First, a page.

By Heather Hoch
By Eric Schaefer
By New Times
By Rachel Miller
By Eric Schaefer
By Heather Hoch and Lauren Saria
By Robrt L. Pela
By Heather Hoch
For most of the 1990s, Eddie Matney, the chef behind Eddie's Grill, has been whipping up some of quirkiest, most creative fare in this time zone. Who else offered the likes of cioppino pot pie, shellfish in a spicy, fennel-scented broth topped with a puff-pastry canopy? Who else crusted a chicken breast with mango and peppercorns, and served it over roasted plantains and chile mashed potatoes? And who could resist Matney's signature dish, seared sirloin strip encased in a mashed potato crust and dusted with Italian cheeses, then lightly fried and coated with a cabernet demi-glace?
A few months ago, however, Matney boldly charted a new path. He split with his longtime partner and left Eddie's Grill. Plunging into the big time, he bought out Christopher Gross' old place at the high-profile corner of 24th Street and Camelback.
He also bought into Christopher's three-pronged restaurant concept. Matney has maintained the fine-dining room, right down to the multi-course, fixed-priced tasting menu. He's also overseeing the less-formal bistro, as well as the Wine & Cigar Club, a secluded, second-floor room given over to private dinners. This ambitious "Epicurean Trio," as it's called, opened last September.
The poet instructs us that "Man's reach should exceed his grasp/Or what's a heaven for?" And trying to shoehorn the Matney style into a Christopher Gross concept is definitely a reach. When Eddie pulls it off, it's wonderful. When he doesn't--well, it's never dull.
To my surprise, I found myself more impressed with the fine-dining side of the operation. Eddie's Grill certainly didn't offer this type of gastronomic experience--a seven-course, $70 meal ($120 when each course is paired with a glass of wine). But despite being new to the high-end game, Matney is a very quick study.
He's left the room pretty much the way it was. The huge floral centerpiece is gone, perhaps sent off to a gang-land funeral. The old-style paintings are gone, replaced by original art of no particular merit. Meanwhile, the background music is a little sprightlier; the lighting is a bit brighter; and the heavy curtains have been softened. It's all a tad less formal, less hushed than it was under the previous regime. Still, I'm happy to report that the heavy white linen, weighty silverware and the right glass for every wine remain.
Although you can order a la carte, it makes the most financial and gastronomic sense to go with the seven-course tasting menu. Make sure you come armed with an appetite, and plenty of conversational topics--you'll be here for close to three hours.
The bread basket is pure temptation, and it's hard not to yield to it. The flatbread, flecked with zaatar, a blend of Middle Eastern spices, is particularly alluring, especially if you spread on the super-rich Camembert/Gorgonzola blend that comes along.
But it pays to defer gratification. The meal started off with a marvelous spoonful of sauteed lobster between two homemade tortilla chips, complemented by a glass of bubbly Veuve Clicquot. Under such circumstances, life can seem very good, indeed.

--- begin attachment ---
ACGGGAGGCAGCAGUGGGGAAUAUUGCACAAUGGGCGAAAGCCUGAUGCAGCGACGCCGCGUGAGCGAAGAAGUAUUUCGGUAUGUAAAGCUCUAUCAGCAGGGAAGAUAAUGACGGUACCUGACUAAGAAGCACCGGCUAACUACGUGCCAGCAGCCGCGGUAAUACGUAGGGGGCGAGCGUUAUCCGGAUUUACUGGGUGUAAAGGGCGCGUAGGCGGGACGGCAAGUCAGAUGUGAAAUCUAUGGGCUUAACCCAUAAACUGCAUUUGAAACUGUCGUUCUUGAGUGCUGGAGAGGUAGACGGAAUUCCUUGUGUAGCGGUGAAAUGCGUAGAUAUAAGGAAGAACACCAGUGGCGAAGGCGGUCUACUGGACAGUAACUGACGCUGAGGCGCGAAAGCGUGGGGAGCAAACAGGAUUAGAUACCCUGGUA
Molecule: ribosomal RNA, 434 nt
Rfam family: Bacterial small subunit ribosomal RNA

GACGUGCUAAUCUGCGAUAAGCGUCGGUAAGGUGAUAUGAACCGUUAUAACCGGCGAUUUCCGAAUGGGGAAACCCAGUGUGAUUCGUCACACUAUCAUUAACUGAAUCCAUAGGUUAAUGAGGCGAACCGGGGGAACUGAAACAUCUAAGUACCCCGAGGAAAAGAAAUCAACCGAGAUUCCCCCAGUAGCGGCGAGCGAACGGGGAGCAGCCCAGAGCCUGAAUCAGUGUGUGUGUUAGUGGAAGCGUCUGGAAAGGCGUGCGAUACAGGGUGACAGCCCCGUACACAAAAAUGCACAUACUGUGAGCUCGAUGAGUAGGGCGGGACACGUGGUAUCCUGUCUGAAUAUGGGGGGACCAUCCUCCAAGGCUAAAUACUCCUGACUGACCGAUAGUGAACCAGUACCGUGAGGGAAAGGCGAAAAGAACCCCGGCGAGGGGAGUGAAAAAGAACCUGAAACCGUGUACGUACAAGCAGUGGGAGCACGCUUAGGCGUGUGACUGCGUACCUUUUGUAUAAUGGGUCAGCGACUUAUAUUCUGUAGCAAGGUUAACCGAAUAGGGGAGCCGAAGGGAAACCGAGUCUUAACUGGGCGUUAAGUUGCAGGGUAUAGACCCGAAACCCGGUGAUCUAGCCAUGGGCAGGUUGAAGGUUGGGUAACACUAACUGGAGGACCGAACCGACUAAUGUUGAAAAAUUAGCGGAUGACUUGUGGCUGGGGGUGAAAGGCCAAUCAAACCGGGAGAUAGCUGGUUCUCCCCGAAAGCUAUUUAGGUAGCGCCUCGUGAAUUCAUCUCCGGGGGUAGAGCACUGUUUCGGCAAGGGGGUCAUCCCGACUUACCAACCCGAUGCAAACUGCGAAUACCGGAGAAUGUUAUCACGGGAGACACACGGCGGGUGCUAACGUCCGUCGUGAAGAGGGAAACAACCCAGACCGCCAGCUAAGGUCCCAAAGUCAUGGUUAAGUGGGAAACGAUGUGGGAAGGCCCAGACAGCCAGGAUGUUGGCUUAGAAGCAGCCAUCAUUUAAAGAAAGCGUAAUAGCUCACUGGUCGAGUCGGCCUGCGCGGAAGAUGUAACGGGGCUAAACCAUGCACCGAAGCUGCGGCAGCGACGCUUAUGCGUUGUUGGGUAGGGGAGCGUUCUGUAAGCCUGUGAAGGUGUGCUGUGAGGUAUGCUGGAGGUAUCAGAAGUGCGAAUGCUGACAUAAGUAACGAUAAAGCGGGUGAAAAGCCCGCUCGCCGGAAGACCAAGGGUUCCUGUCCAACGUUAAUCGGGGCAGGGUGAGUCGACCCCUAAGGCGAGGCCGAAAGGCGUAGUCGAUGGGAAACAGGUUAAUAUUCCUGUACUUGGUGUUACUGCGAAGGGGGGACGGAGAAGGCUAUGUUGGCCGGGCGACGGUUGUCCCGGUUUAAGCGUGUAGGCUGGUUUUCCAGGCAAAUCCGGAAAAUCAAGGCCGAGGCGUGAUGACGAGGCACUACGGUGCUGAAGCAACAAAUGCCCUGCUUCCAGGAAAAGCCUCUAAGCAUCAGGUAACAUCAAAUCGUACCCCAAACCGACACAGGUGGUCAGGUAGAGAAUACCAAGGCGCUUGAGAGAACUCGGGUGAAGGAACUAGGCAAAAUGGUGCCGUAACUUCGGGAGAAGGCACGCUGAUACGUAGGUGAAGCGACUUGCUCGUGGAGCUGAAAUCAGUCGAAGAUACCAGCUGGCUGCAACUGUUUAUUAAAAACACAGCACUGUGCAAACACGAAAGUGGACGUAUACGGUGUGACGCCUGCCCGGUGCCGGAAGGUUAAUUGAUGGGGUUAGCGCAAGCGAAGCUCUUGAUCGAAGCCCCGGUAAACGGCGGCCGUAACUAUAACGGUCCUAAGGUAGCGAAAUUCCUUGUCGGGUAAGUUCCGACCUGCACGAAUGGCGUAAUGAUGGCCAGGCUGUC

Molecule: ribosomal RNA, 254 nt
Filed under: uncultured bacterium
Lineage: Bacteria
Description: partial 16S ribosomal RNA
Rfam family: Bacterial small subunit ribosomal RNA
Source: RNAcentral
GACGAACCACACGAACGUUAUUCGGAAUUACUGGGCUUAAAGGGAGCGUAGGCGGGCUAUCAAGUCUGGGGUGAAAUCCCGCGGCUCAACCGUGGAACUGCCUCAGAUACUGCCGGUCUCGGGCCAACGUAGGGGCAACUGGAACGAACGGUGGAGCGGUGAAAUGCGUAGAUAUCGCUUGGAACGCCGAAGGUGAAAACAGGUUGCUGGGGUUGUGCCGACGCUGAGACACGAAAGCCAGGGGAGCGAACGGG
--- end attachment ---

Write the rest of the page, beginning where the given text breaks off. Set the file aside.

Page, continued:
The good feeling persisted into the second course, lovely smoked salmon burnished with a dollop of lemon-fennel creme frache and a zippy bite of wasabi-spiked caviar. Kudos, too, to whoever paired this with the terrific Domaine Schlumberger Pinot Gris, an exceptional varietal from Alsace.
Next up was a wintertime consomme, an intriguing wild-game broth fashioned from boar, pheasant and venison. The best parts of the bowl, however, were the two strips of spicy, seared rabbit loin at the bottom of it. Eddie might consider casting this rabbit in a starring role--it's too good to be a supporting player.
In baseball, your best player usually bats fourth. It only took one bite of gorgeous, melt-in-your-mouth ahi tuna to see why this dish is hitting cleanup on the tasting menu. It's suavely teamed with a disk of mashed Peruvian blue potatoes, as well as celery root and parsnip, two hearty winter veggies. The heady glass of Bear Boat Pinot Noir, from California's Russian River, helped accentuate this dish's charms.
The next course, beef tenderloin, was in the same league as the ahi tuna. The meat was drenched in a high-octane wild mushroom ragout, and enlivened by wine-soaked pears. A Grgich Hills Zinfandel stood toe-to-toe with all these strong flavors.
Dinner begins to wind down with a trio of cheeses. The star of the group was clearly the explorateur, one of the world's best, a soft, triple-cream French beauty that's as flavorful as it is rich and smooth. Unfortunately, in the only wine misstep of the evening, we had to wash it down with a one-dimensional Merlot from Domaine Montesquieu.
For dessert, Eddie produced his version of Boston cream pie: a layer of banana cake on the bottom; soft chocolate cake on top; and a layer of peanut butter ice cream in between. What's not to like? I didn't have any complaints about the dessert wine, either, a luscious 10-year-old malmsey, the sweetest of the Madeira wines. (The duke of Clarence, younger brother of King Edward IV, is said to have been drowned in a barrel of malmsey. He must have died happy.)